This is a list of referendums related to the European Union, or referendums related to the European Communities, which were predecessors of the European Union. Since 1972, a total of 48 referendums have been held by EU member states, candidate states, and their territories, with several additional referendums held in countries outside of the EU. The referendums have been held most commonly on the subject of whether to become a member of European Union as part of the accession process, although the EU does not require any candidate country to hold a referendum to approve membership or as part of treaty ratification. Other EU-related referendums have been held on the adoption of the euro and on participation in other EU-related policies.
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Before allowing the four new candidate member states to join the European Communities, founding member France held a referendum that approved this. Following the French approval, three of the four candidate states (Ireland, Denmark and Norway) likewise held referendums on the issue of joining the European Communities. The United Kingdom did not hold a referendum before joining.
In 1973, Greenland joined the European communities as part of Denmark. However, after the establishment of home-rule and eurosceptic Siumut winning the 1979 Greenlandic parliamentary election, a referendum on membership was agreed upon, in which the voters rejected remaining part of the communities. This resulted in Greenland negotiating the terms of the its separation from the EU, resulting in the Greenland Treaty, and Greenland's leaving the communities in 1985.
Before the negotiations on the treaty of Maastricht began, Italy held a consultative referendum in order to give the European Parliament a popular mandate to elaborate a future European Constitution. After the treaty was signed, three countries held referendums on its ratification.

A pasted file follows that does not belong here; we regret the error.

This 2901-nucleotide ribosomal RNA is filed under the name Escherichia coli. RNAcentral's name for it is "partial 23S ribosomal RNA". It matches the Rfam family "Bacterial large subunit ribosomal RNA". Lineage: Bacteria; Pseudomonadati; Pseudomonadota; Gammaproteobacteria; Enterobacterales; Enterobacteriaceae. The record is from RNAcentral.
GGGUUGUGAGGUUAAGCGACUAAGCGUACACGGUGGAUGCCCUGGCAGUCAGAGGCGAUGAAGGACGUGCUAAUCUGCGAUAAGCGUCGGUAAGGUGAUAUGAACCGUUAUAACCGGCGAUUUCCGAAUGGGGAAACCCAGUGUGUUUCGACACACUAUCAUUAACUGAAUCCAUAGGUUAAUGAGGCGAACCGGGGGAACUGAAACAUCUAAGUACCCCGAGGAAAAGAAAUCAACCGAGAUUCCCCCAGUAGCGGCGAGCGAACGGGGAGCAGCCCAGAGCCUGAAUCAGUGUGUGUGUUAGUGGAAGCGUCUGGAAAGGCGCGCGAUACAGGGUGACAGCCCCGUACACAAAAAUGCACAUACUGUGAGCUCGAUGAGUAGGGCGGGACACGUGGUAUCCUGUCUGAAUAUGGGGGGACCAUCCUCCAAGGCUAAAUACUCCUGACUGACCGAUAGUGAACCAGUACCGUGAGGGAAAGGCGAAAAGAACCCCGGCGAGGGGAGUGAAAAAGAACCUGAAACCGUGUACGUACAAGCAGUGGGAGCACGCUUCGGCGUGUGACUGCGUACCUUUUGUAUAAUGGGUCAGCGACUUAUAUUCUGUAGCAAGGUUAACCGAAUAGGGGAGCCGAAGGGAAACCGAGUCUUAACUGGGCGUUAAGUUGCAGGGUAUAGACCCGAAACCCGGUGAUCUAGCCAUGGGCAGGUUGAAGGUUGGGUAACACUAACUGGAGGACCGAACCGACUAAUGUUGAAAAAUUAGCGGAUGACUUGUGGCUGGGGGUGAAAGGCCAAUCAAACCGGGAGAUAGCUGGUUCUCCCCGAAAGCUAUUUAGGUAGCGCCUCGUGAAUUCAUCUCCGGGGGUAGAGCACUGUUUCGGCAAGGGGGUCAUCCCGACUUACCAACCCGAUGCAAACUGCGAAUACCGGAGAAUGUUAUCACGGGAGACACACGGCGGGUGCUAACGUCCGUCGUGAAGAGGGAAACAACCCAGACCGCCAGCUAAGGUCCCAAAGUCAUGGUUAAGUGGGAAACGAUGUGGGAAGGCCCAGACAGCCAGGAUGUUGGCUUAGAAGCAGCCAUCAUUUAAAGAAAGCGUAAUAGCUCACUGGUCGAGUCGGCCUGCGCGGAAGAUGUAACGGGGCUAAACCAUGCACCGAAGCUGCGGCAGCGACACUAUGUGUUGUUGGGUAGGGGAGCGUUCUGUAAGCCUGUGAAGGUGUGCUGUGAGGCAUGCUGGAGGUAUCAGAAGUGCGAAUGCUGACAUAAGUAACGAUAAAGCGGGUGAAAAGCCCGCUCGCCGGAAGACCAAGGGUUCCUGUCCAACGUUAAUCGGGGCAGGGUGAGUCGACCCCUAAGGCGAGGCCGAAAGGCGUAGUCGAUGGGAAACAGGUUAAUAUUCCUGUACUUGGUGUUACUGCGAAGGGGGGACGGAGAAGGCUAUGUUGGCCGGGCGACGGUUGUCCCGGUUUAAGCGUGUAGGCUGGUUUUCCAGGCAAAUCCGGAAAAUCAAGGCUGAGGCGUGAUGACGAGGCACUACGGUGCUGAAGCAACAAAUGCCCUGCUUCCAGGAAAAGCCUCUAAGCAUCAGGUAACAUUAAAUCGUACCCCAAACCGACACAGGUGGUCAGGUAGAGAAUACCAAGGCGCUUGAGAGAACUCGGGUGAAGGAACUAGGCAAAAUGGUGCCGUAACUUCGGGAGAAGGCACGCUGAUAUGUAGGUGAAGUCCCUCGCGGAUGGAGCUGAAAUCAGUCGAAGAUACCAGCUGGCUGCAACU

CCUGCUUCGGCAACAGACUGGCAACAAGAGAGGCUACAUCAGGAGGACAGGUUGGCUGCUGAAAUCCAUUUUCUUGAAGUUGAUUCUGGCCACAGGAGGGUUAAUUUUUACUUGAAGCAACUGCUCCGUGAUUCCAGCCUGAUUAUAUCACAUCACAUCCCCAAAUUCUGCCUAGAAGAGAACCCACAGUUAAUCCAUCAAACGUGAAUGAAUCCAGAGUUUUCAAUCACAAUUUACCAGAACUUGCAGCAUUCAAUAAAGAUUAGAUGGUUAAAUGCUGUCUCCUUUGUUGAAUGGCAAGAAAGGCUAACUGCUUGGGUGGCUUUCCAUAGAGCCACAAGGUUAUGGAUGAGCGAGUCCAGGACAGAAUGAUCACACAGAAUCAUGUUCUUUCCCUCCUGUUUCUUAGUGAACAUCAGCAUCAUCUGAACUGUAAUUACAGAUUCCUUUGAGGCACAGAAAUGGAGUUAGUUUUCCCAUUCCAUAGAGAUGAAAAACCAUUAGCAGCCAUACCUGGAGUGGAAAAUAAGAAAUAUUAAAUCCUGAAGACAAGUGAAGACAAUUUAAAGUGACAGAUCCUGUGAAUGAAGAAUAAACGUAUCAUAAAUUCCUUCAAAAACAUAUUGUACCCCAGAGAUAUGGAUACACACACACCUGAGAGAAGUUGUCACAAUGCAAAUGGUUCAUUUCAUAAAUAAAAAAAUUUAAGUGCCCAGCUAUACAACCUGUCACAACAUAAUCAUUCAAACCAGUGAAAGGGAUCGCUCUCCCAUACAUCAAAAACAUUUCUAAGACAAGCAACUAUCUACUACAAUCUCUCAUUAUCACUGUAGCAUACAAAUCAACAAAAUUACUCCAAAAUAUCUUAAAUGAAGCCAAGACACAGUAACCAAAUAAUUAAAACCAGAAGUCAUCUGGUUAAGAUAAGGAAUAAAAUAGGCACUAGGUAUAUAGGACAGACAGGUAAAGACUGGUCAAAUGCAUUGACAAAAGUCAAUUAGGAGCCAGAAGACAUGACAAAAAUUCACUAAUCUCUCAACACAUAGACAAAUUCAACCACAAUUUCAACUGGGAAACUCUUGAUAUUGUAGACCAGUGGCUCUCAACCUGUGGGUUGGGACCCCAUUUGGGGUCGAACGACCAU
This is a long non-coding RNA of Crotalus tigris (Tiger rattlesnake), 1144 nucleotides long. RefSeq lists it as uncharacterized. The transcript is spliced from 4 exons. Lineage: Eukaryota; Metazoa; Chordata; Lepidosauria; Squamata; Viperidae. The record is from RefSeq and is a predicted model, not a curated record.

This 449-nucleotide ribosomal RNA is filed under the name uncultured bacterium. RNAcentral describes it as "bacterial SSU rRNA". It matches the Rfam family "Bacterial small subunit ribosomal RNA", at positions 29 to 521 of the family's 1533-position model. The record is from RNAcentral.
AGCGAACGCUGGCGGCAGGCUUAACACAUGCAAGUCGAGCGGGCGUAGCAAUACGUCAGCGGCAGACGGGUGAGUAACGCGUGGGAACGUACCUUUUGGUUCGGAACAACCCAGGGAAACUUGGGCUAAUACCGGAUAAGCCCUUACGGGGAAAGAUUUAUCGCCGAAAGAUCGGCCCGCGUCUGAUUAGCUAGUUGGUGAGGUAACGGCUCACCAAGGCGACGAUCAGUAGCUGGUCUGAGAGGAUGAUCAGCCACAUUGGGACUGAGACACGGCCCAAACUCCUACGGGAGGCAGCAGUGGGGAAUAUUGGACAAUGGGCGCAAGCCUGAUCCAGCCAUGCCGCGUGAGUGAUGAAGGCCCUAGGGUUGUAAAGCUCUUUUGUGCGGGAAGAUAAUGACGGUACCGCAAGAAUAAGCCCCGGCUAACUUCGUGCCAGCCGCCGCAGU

After the defeat of the treaty in the first refererendum, Denmark negotiated and received four opt-outs from portions of the treaty: Economic and Monetary Union, Union Citizenship, Justice and Home Affairs, and Common Defence. The second referendum approved the treaty amended with the opt-outs.
In the so-called "Nice II referendum" in 2002, statements on Ireland not having to join a common defence policy and affirming the right to decide on enhanced cooperation in the national parliament were stressed in a special document, resulting in a favourable vote.
Since the results were in favourable in all cases, all ten candidate countries were admitted as members of the EU, acceding on 1 May 2004.
Denmark and the United Kingdom received opt-outs from the Maastricht Treaty and do not have to join the euro unless they choose to do so; Sweden has not received an opt-out, yet deliberately does not live up to the requirements for joining for now. Two referendums have been held on the issue up to now, both of which rejected accession.
After the first vote by Ireland on the Lisbon Treaty, the European Council and the Irish Government released separate documents, referred to as the "Irish Guarantees", that stated the other member countries would not use the possibility in the Treaty to diminish the number of permanent commissioners in favour of a rotating system with fewer commissioners, and not threaten Ireland's military neutrality and rules on abortion. With these assurances, the Irish approved the unchanged Lisbon Treaty in a second referendum.
A referendum on the bailout conditions in the Greek government-debt crisis. A majority of the voters rejected the bailout conditions. However, shortly afterwards the government accepted a bailout with even harsher conditions than the ones rejected by the voters.
The referendum was held to decide on converting the opt-out from participation in the area of Justice and Home Affairs area into an opt-in: the possibility for the Danes to decide on a case-by-case basis. The voters rejected the proposal.
Dutch Ukraine–European Union Association Agreement referendum, 2016